House and Home,  Western Pennsylvania

The Good Old Days

For the first part of my life, my family lived in an old house in a very small town in Central Pennsylvania. My parents heated the house using a wood burning stove. My dad had a permit from the forestry department to cut firewood. Every summer or fall he would go to the top of Mount Dempsey with his pickup and his chainsaw.  He had to cut enough to last us all winter.

Sometimes he brought the family with him. I would get out of the truck and walk up and down the narrow forestry road, watching out for snakes. At least once my dad found a rattlesnake up there.

My mom canned vegetables and sewed a lot of the clothes for us kids, as well as dresses for our dolls. One October morning when I was four years old, she went to the grocery store and discovered that the town’s Halloween parade and trick-or-treating was that very night. She hurried home and finished making the pink rabbit costume that she had started.

My parents weren’t trying to be hippies. They just did whatever they could to stretch their money and have a good life. My dad was a new-ish high school teacher at a poor and rural school district.

Medical helicopters weren’t “a thing” in Perry County back then. Also, the nearest trauma center was 50 miles from our town (Blain, PA).  I know this because Dad was one of the volunteer ambulance drivers for the volunteer fire department. When a local Amish boy fell out of a barn loft and split his head open, Dad took him on that 50 mile road trip to Hershey Medical Center. I fell asleep waiting for Dad to come home. For weeks afterward I worried about falling out of my tree house.

You just read my personal version of the Good Old Days.

Today I read about Sarah A. Chrisman’s version of the Good Old Days  on the website Vox. The article’s title pretty much summarizes its content: “I love the Victorian era. So I decided to live in it.”

Basically, the author claims that she and her husband are living re-enactors of a middle-class or upper-class Victorian lifestyle. She or they make all of their own (Victorian) clothes, they only engage in middle-class or upper-class Victorian recreation, they rejected most “modern” technology and conveniences, etc. And then they blog about how this makes them better people. The author claims that she puts more effort into being a Victorian than she puts into her job. However, it looks as if being Victorian actually “is” her job because her new book is available for pre-order at Barnes & Noble and the blog advises that she is available for presentations.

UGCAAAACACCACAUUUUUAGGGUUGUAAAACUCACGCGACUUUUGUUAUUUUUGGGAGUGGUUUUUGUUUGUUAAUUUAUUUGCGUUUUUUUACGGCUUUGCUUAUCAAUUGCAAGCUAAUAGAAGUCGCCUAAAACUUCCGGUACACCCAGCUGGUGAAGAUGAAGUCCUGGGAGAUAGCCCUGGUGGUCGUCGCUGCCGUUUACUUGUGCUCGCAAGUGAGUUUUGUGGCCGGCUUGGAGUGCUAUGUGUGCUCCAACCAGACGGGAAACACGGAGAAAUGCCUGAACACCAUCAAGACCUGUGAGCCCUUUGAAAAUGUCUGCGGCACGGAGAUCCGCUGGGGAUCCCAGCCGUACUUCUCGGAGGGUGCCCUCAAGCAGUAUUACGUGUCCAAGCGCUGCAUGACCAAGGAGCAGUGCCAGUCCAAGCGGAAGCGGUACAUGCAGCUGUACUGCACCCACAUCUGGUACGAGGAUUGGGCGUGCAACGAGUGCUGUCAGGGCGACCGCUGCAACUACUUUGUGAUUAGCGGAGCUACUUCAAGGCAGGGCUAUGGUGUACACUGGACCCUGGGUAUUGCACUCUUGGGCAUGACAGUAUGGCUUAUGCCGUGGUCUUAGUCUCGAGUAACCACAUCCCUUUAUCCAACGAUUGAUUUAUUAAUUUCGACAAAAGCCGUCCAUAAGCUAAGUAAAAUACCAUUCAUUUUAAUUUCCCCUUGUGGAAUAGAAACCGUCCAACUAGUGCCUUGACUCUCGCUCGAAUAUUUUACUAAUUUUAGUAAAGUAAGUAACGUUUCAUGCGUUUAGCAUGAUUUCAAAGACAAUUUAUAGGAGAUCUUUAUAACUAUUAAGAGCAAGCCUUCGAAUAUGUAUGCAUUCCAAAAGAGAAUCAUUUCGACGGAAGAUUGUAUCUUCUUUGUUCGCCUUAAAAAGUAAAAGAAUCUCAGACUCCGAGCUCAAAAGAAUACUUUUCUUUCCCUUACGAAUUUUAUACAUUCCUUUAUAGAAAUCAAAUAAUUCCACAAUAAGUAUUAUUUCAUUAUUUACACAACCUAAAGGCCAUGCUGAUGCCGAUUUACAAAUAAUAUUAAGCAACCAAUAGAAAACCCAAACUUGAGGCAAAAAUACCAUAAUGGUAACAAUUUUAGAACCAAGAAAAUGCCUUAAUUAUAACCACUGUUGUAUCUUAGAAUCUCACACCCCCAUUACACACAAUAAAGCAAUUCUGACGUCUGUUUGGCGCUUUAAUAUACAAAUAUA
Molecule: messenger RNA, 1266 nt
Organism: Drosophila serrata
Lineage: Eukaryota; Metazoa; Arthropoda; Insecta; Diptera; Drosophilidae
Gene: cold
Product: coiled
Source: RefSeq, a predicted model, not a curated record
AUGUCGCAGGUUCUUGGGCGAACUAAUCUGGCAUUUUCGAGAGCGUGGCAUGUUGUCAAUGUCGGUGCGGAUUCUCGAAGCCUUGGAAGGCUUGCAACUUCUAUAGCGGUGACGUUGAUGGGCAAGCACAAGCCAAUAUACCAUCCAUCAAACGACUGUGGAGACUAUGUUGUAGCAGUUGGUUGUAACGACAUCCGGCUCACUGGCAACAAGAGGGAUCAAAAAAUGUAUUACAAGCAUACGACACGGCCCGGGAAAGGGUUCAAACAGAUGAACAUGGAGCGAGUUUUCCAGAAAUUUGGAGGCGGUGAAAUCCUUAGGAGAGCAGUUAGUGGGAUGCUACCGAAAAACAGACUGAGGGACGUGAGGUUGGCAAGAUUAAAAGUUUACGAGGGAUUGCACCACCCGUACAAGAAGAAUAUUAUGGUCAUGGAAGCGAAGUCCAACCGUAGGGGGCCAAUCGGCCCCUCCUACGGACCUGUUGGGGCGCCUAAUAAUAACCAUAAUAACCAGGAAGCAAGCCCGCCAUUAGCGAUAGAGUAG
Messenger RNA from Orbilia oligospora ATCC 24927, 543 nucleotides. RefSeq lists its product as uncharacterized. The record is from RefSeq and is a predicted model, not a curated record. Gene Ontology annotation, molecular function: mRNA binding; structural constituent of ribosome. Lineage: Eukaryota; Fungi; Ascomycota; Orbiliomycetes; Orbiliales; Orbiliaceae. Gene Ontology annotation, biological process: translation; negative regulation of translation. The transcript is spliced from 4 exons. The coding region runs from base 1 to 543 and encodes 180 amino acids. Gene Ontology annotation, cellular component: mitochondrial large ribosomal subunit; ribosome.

I can’t figure out whether they use indoor plumbing. Also, this author apparently has access to a computer and an internet connection.

The message board where I found this article has a lot of vitriol for it. So do many, many spin-off articles and blog posts that were posted ever since this article appeared on the internet YESTERDAY.  My, there are A LOT of ways to say:” The Victorian era was not a fantastic time for most of the people who lived through it.”

I agree. I don’t envy the Victorians, and I don’t envy the author of this article. However, the photos in this article were kind of cool.

Soon I will write a blog post about how the ORIGINAL owner of my own 1890’s Victorian house – the guy who had the house built to his specifications – modernized his home every time he got access to new technology.

For now, though, I just want to let you know about a place – very close to New Kensington – that you can tour if you like or love the Victorian era and / or Victorian  houses. This is a (Queen Anne) Victorian house that was turned into a museum in Oakmont, PA. Here is the blog entry that I wrote last spring but didn’t post until today:

My sister Liz and I toured the Kerr Memorial Museum in Oakmont, PA.

Dr. Thomas Kerr, a physician, had the house built in 1897, and his daughter Virginia lived there until her death in 1994. The house is now a museum depicting the Victorian lifestyle of a professional family from the 1890’s to 1910.

The tour took about an hour. We had an excellent guide who knew much about both the Kerr family and Victorian daily life. We saw the basement with its old-time laundry facilities, all of the family’s living areas, and Dr. Kerr’s office.

I just re-binge-read LM Montgomery’s “Anne of Green Gables” books. Partway through the “Anne” series, the main character marries Gilbert Blythe shortly after he graduates from medical school in the 1890’s. (Jonathan Crombie, who played Gilbert in the most recently made “Anne” movies, tragically passed away this weekend.) As I toured the Kerr house and saw all of the antiques that filled it, I thought about how Anne and Gilbert Blythe’s fictional house, and fictional possessions, would have looked much the same. I saw Dr. Kerr’s medical school diploma from the University of Pittsburgh framed on the wall of his office, and I thought that Gilbert Blythe’s fictional office and medical school diploma from his fictional medical school must be similar.

The museum’s current exhibit “Victorian Mourning Customs,” included black-bordered “mourning cards” that bereaved family members would have used to notify family and friends by mail of a loved one’s passing. Our culture went from sharing news via view hand-written notes through snail mail to instantaneously on “the cloud.” (That’s what they call it now, right? The cloud?)

The Kerr family, especially Virginia, saw so many changes in scientific knowledge and technology from the 1890’s until Virginia’s death in 1994.  Just think of all of the medical advances that Dr. Kerr came across in his career!


The above link to the museum pretty much tells you what you need to know for your visit. I just want to add that I found plenty of on-street parking. This was a fun way to walk through the Victorian era without having to stay in it. Go ahead – take a few hours and visit the Good Old Days.